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Brought to you by John Sciarra, Bernard's Garage - AUTOMOTIVE INSIDER -

BERNARD'S GARAGE - John SciarraSummer's imminent arrival means your vehicle's air conditioning system will soon be under serious strain.

If your A/C isn't as frosty as it used to be, but it's still blowing cold, the system may need to be recharged.

Manufacturers used to use a type of refrigerant known as R-12, or Freon, until researchers found it caused ozone depletion. As such, it's illegal to use Freon in vehicles built after 1994. Now, manufacturers use R-134a to keep things cold in the cabin.

Working on an air conditioning system is about as much fun as sticking your hand in a blender. Twice.

Unless you are skilled in vehicle maintenance, it’s safest to take the job to a professional.

An AC compressor is usually driven by your vehicle's serpentine belt, and as it spins, it pressurizes the system's refrigerant. It's this change in pressure that cools the air coming into your cabin. The best way to keep your compressor from failing is to have your A/C system serviced once a year.

If your compressor needs replacement, most responsible shops will recommend swapping out a number of periphery components at the same time.

Why? The easy answer is working on an air conditioning system is about as fun as sticking your hand in a blender. Twice.

To avoid draining your refrigerant, removing your compressor, installing a new unit and refilling the system with new cool stuff — only to have you come back in a week and say it's still not cold enough — it makes sense to replace the necessary components.

Bernard’s Garage

2036 SE Washington St., Milwaukie



Brought to you by Mike Nielsen of Snap Fitness - FITNESS INSIDER -

SNAP FITNESS - Mike NielsenAs the inspirational saying goes, “Live less out of habit and more out of intent.”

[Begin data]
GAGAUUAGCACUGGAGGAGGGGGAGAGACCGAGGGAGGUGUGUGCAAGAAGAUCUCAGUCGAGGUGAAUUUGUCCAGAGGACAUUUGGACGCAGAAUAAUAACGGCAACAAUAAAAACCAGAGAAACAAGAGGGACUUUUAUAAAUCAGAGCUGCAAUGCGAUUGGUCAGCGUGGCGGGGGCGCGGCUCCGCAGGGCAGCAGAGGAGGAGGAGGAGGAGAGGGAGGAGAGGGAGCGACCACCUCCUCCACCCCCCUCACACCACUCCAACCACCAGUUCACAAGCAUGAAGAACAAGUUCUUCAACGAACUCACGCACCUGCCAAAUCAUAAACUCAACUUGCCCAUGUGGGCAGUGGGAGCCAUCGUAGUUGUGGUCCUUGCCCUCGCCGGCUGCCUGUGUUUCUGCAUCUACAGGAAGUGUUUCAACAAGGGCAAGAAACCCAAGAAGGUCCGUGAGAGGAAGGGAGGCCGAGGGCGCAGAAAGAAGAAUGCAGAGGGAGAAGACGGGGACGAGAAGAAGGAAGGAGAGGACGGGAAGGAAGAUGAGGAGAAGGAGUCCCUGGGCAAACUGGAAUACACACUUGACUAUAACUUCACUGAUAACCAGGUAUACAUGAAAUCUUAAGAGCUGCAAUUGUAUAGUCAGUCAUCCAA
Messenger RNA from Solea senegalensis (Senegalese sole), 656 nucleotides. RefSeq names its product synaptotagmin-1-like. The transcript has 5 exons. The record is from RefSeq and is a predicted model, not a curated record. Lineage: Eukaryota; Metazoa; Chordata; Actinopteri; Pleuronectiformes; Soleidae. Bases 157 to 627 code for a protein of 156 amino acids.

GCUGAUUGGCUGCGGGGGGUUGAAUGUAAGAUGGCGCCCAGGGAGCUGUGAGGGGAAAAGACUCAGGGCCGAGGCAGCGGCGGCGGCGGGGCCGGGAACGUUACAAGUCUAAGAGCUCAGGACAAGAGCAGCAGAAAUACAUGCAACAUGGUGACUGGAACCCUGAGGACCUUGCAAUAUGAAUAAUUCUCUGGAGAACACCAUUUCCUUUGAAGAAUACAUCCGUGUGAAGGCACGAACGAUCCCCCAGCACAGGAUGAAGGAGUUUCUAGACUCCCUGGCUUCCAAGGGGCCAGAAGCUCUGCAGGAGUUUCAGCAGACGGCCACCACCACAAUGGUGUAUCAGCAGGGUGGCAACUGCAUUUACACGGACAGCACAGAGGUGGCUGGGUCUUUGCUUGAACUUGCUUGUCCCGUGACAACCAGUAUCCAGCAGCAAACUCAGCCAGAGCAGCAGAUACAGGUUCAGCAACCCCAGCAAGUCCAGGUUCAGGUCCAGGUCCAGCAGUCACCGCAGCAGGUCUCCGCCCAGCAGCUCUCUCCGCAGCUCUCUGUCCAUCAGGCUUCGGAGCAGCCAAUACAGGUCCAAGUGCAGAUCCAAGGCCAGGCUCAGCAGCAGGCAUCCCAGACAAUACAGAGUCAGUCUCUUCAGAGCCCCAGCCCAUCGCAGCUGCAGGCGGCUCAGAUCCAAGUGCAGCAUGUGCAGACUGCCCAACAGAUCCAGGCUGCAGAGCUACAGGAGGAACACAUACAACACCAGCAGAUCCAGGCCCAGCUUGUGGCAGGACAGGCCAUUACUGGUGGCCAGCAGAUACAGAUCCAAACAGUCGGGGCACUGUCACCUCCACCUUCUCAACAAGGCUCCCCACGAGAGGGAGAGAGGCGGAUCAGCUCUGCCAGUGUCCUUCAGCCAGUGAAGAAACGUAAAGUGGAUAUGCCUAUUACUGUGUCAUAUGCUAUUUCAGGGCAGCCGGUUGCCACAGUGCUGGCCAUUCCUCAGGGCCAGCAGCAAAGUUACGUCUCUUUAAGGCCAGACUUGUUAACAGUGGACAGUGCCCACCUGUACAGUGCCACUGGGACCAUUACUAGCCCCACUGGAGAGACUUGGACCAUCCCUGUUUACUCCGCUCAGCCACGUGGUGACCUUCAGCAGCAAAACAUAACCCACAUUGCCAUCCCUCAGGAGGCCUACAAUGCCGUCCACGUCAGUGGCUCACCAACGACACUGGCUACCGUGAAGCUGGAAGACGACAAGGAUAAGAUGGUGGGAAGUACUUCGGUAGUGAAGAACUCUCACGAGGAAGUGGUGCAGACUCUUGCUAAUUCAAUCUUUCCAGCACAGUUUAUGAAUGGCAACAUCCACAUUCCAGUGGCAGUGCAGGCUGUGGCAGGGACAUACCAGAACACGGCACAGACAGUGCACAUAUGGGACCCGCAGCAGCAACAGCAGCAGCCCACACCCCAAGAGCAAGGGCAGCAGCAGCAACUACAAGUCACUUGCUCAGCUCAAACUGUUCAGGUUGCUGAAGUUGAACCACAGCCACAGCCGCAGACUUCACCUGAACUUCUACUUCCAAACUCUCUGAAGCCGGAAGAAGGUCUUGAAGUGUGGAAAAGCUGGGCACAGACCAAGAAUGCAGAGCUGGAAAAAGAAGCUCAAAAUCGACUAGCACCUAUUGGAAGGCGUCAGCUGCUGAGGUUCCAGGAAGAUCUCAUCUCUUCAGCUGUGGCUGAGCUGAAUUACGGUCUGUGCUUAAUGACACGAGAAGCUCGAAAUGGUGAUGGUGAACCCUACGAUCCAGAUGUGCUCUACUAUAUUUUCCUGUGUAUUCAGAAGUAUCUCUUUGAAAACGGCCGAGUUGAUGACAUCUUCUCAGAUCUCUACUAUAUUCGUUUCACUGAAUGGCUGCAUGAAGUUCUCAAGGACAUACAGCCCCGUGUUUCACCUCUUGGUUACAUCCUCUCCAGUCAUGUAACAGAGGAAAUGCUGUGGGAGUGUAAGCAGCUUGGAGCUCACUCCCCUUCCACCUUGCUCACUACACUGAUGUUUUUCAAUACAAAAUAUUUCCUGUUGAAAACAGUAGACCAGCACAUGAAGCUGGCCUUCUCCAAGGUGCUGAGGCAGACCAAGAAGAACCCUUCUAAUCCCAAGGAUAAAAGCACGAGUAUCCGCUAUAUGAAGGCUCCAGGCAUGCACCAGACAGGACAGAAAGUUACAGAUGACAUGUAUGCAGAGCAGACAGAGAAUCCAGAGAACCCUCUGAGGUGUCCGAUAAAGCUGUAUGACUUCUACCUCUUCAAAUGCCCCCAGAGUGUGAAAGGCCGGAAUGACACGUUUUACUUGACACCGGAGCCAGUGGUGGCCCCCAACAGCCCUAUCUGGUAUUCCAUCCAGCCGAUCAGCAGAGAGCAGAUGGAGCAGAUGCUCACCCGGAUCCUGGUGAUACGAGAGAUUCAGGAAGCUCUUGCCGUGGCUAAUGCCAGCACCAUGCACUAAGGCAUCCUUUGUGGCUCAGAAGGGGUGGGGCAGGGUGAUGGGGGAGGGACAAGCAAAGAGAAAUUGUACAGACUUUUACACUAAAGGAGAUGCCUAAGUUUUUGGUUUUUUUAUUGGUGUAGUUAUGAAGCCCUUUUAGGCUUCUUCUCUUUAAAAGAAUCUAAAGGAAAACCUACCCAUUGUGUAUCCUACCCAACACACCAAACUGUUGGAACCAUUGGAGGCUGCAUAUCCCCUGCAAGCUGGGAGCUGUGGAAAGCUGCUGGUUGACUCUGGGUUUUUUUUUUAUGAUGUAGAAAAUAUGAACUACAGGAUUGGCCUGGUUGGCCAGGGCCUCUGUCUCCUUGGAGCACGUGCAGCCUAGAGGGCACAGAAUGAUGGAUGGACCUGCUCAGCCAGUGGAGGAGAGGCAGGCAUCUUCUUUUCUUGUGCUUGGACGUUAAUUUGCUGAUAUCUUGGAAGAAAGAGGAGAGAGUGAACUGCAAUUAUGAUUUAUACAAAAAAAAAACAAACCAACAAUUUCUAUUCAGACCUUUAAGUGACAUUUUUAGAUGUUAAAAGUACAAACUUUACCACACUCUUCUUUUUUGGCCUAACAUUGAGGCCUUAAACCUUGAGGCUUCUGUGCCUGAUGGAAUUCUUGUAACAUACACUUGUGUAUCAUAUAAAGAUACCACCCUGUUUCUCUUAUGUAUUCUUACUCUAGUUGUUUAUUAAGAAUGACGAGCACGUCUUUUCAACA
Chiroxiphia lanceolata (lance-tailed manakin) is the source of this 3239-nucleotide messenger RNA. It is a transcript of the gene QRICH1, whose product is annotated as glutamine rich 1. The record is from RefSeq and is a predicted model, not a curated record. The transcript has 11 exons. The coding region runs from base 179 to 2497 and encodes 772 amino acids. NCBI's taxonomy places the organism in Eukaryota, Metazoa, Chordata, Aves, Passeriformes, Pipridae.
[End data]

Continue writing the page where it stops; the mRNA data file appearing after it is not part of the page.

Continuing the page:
While it’s true that starting a fitness routine can be difficult, I offer the following tips to get you in the gym door and on the road to good health.

Assessment — New SNAP Fitness clients receive a free jump-start session, including consultation with a trainer. The assessment determines the client’s baseline, helps us guide their first steps, and is an opportunity to discuss adding personal training.

Cardio — The national recommendation for exercise for all ages and fitness levels is to get to the gym at least three days per week, and to do a minimum of 30 minutes of cardio per visit. Working out with a friend will make it more fun, help you feel more accountable, help you stay at the gym for more months and achieve a higher level of success.

Strength training is key to replacing fat with muscle, becoming leaner, stronger and improving balance. Do two to three sessions of strength training per week.

Nutritional guidelines — Instead of eating three large meals per day, eat five to six small meals. This will fuel your energy throughout the day and avoid post-meal sluggishness. Also drink 96 ounces of water daily.

Online help — SNAP has a complete online nutritional program and training center. Free with membership, it provides a personalized workout plan, sample menus and a complete library of instruction videos.

Snap Fitness

Milwaukie: 4200 SE King Rd.



Oregon City: 19703 S. Hwy. 213, Ste. 170



Brought to you by Mike Nielsen - Snap Fitness - Fitness INSIDER

Mike Nielsen, Snap FitnessStrength training is an essential part of an exercise program, even for someone who hasn’t been active in a while.

Lifting weights, using weight machines and doing core work increases muscle mass and bone density.

As we age, our muscles deteriorate (called sarcopenia) and bone density decreases.

Research shows that seniors are more susceptible to bone breakage that younger adults. As people age, their metabolism slows down. We are seeing more and more seniors joining gyms.

If we take the average adult between the ages of 40 and 50 and do basic strength-training three to four times per week for 90 days, the outcome can be life-changing.

Here’s a myth-buster: Muscle does NOT weigh more than fat! A pound is a pound. 

Muscle is, however, more dense than body fat and takes up less area than fat. If you were to start an exercise program complete with strength training, you would increase your lean body mass and decrease body fat.

The body takes up less space and metabolism speeds up, resulting in a higher BMR (base metabolic rate, the amount of daily caloric intake needed to maintain LBM and weight.) This reverses sarcopenia and increases bone density.   

Not everyone walks into a gym and knows exactly what to do. Snap gives new members an opportunity to meet with a Certified Personal Trainer, who assesses their body and their goals.